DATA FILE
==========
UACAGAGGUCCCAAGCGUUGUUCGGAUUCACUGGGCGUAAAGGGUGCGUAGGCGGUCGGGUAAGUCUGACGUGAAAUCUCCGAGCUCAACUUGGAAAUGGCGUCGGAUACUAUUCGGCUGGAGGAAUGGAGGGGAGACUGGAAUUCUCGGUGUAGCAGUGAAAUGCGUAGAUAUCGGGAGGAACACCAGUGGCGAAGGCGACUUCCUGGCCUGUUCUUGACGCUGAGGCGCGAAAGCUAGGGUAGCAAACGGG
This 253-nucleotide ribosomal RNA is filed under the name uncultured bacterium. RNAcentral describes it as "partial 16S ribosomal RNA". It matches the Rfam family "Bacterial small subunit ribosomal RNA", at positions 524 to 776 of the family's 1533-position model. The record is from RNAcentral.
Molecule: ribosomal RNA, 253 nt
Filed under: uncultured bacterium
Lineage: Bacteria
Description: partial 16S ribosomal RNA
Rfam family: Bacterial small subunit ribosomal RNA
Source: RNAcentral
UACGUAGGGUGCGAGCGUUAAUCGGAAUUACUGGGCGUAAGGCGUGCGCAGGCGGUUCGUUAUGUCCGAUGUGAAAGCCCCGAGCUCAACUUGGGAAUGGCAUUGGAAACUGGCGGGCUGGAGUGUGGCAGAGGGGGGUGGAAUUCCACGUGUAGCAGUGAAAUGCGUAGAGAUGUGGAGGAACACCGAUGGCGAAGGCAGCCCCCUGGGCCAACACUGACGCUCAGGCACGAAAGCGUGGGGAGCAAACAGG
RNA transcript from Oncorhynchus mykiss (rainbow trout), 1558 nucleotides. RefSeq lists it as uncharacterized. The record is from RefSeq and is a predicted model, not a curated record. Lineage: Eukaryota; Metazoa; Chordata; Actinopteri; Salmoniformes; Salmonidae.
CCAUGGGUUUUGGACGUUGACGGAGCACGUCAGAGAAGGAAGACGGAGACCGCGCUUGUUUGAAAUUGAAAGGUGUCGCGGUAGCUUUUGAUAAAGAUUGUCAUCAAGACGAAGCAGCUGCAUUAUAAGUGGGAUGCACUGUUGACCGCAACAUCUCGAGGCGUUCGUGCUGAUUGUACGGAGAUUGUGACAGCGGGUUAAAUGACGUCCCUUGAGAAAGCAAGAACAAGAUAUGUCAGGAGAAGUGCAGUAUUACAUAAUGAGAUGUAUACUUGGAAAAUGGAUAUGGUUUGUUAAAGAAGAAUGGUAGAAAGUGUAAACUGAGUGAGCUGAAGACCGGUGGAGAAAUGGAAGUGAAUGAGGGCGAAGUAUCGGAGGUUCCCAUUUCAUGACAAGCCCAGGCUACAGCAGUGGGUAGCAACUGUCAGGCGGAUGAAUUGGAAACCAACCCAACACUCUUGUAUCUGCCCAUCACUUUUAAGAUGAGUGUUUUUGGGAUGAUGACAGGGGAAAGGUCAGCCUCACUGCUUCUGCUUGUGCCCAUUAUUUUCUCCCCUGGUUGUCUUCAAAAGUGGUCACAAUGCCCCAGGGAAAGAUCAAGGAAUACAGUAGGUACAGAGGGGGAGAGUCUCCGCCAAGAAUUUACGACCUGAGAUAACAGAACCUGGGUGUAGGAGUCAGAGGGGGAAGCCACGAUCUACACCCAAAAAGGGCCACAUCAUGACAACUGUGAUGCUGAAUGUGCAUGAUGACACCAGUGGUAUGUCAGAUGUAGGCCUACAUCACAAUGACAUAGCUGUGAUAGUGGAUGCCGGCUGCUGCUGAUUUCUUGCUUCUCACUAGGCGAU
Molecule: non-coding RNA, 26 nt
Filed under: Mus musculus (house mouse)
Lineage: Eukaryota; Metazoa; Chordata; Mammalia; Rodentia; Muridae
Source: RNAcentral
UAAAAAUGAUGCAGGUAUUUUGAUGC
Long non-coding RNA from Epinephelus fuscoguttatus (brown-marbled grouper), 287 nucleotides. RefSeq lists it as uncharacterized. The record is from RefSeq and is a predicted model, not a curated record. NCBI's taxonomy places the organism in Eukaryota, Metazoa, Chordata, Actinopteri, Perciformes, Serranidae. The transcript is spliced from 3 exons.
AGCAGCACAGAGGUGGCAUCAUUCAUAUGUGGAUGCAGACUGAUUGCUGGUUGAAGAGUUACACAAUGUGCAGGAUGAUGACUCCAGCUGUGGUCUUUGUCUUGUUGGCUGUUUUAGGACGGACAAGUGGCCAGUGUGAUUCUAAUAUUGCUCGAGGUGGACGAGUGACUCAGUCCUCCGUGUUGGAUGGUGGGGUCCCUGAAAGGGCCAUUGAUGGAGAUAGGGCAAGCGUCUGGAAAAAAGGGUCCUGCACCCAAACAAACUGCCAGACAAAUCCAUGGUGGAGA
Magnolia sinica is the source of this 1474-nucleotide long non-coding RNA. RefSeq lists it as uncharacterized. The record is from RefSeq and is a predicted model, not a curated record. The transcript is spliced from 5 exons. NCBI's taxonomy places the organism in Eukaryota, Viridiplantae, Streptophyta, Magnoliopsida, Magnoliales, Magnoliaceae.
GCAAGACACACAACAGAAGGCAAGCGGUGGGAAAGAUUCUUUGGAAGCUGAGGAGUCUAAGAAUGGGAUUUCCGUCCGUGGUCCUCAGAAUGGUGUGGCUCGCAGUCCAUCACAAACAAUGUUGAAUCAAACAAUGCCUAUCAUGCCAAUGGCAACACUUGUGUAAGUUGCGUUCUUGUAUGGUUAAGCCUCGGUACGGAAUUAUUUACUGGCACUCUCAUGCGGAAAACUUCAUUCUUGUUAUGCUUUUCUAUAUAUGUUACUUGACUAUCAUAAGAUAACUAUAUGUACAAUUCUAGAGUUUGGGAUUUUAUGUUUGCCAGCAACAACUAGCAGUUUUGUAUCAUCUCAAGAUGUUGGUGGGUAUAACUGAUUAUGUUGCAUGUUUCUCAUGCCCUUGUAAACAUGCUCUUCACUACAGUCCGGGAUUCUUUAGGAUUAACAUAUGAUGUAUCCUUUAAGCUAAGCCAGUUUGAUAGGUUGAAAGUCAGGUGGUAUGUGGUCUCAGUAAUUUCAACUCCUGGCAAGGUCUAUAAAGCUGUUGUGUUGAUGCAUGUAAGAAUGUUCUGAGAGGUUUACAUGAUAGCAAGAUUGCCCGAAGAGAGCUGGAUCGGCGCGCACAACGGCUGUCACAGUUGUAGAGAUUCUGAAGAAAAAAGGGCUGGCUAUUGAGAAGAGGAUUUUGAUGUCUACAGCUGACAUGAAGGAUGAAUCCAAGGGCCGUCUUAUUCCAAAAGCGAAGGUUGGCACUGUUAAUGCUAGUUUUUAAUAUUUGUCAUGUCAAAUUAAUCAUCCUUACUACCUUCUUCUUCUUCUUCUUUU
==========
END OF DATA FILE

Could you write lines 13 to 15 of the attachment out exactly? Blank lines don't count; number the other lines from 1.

Filed under: Mus musculus (house mouse)
Lineage: Eukaryota; Metazoa; Chordata; Mammalia; Rodentia; Muridae
Source: RNAcentral